Chicago is a motherfucker.
Maybe that’s a bad word where you come from but in Chicago it’s a term of endearment.
“What’s up, motherfucker! Great to see ya’. How you been?”
“Tell that crazy motherfucker Jimmy I love him.”
“You’re one bad motherfucker, motherfucker.”
You get the idea.
The use of that word is all you need to know about Chicago. Even our compliments are barbed with an edge to keep you humble and on your toes.
And then there’s church. You go to church to be accountable to something other than your own savagery. If the Catholic Church hadn’t caught hold in Chicago we would’ve killed each other off around 1890. Everybody waddles into their respected houses of worship on Sunday to erase the drunken rage filled atrocities that occurred the previous of Monday through Saturday. You sit there praying, trying to convince God and yourself that next week shall be different.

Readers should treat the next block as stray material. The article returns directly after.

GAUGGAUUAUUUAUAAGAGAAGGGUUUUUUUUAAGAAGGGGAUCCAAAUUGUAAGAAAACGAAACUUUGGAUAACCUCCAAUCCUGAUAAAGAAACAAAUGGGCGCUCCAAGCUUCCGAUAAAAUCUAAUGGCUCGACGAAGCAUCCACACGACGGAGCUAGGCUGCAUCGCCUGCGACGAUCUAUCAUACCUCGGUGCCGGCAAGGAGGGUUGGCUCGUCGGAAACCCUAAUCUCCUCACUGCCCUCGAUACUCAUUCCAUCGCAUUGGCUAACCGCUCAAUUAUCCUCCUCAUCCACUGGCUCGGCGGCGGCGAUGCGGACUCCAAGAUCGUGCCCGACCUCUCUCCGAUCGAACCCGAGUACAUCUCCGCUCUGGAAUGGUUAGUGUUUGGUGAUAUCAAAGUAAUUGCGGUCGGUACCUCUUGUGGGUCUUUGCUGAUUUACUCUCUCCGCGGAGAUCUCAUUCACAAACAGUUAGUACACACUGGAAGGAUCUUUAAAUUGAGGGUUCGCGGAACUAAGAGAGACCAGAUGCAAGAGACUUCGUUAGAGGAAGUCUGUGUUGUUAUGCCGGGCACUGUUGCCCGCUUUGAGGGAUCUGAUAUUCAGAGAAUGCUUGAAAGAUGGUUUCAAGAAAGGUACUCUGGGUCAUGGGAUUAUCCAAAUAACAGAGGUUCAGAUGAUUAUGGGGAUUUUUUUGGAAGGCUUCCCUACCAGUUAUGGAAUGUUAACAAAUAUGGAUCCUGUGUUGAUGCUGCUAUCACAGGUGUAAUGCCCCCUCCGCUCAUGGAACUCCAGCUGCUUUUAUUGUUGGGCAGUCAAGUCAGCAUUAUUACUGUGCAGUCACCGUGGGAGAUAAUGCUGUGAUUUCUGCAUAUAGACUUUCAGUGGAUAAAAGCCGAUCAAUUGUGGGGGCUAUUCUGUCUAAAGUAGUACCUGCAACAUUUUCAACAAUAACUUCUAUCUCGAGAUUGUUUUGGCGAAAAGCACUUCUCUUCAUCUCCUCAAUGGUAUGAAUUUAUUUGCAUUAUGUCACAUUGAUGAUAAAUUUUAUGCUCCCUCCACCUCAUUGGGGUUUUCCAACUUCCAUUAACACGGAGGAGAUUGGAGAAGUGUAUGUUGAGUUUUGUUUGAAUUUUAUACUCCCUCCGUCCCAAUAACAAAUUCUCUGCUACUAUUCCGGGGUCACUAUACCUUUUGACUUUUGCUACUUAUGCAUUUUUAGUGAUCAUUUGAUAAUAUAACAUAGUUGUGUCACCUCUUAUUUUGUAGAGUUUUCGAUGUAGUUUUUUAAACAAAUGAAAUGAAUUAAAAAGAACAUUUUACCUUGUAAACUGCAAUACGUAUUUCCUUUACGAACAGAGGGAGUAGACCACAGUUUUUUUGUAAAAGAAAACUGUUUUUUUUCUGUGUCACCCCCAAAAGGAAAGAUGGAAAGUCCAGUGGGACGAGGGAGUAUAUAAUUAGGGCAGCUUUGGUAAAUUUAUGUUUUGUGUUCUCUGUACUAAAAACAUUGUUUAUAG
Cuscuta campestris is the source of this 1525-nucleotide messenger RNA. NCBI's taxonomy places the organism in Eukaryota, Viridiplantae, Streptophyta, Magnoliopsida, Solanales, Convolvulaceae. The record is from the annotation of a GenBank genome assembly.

Everything you need to know about a person from Chicago can be answered with these two questions and you can bet your ass somebody will ask them while you’re here.
1) What are you? Yes. This is a real question asked all the time. Chicago still operates on an immigrant mentality where you nationality is your business card.
2) What neighborhood did you grow up in? This is key. It let’s people know how much suffering you’ve had to endure. If you came up in a poor neighborhood full of thieves and thugs, you get respect. Rich neighborhood with no problems, no struggle, no suffering? You’re suspect and might get labeled a “Jagoff.”
Jagoff is a shiny Chicago gem.
Whatever happens, you do not want to be known as a jagoff. Once labeled a jagoff, it’s very hard to shake. It’s like getting a nickname. Once you get it, that’s it. I grew up with guys with nicknames like Blockhead, Balt, Swamy, Shitbagger and Bobby Bag of Dicks (Dicks for short or BBD in classier company.) You don’t think Bobby wanted to change his nickname? Of course he did but once you get it, that’s it. The same is true when labeled a Jagoff. You’d have to open a hundred homeless shelters and cure Aids and then maybe, maybe, people would stop calling you a jagoff but even then you run the risk of somebody saying, “Can you believe that Jagoff just cured AIDS?”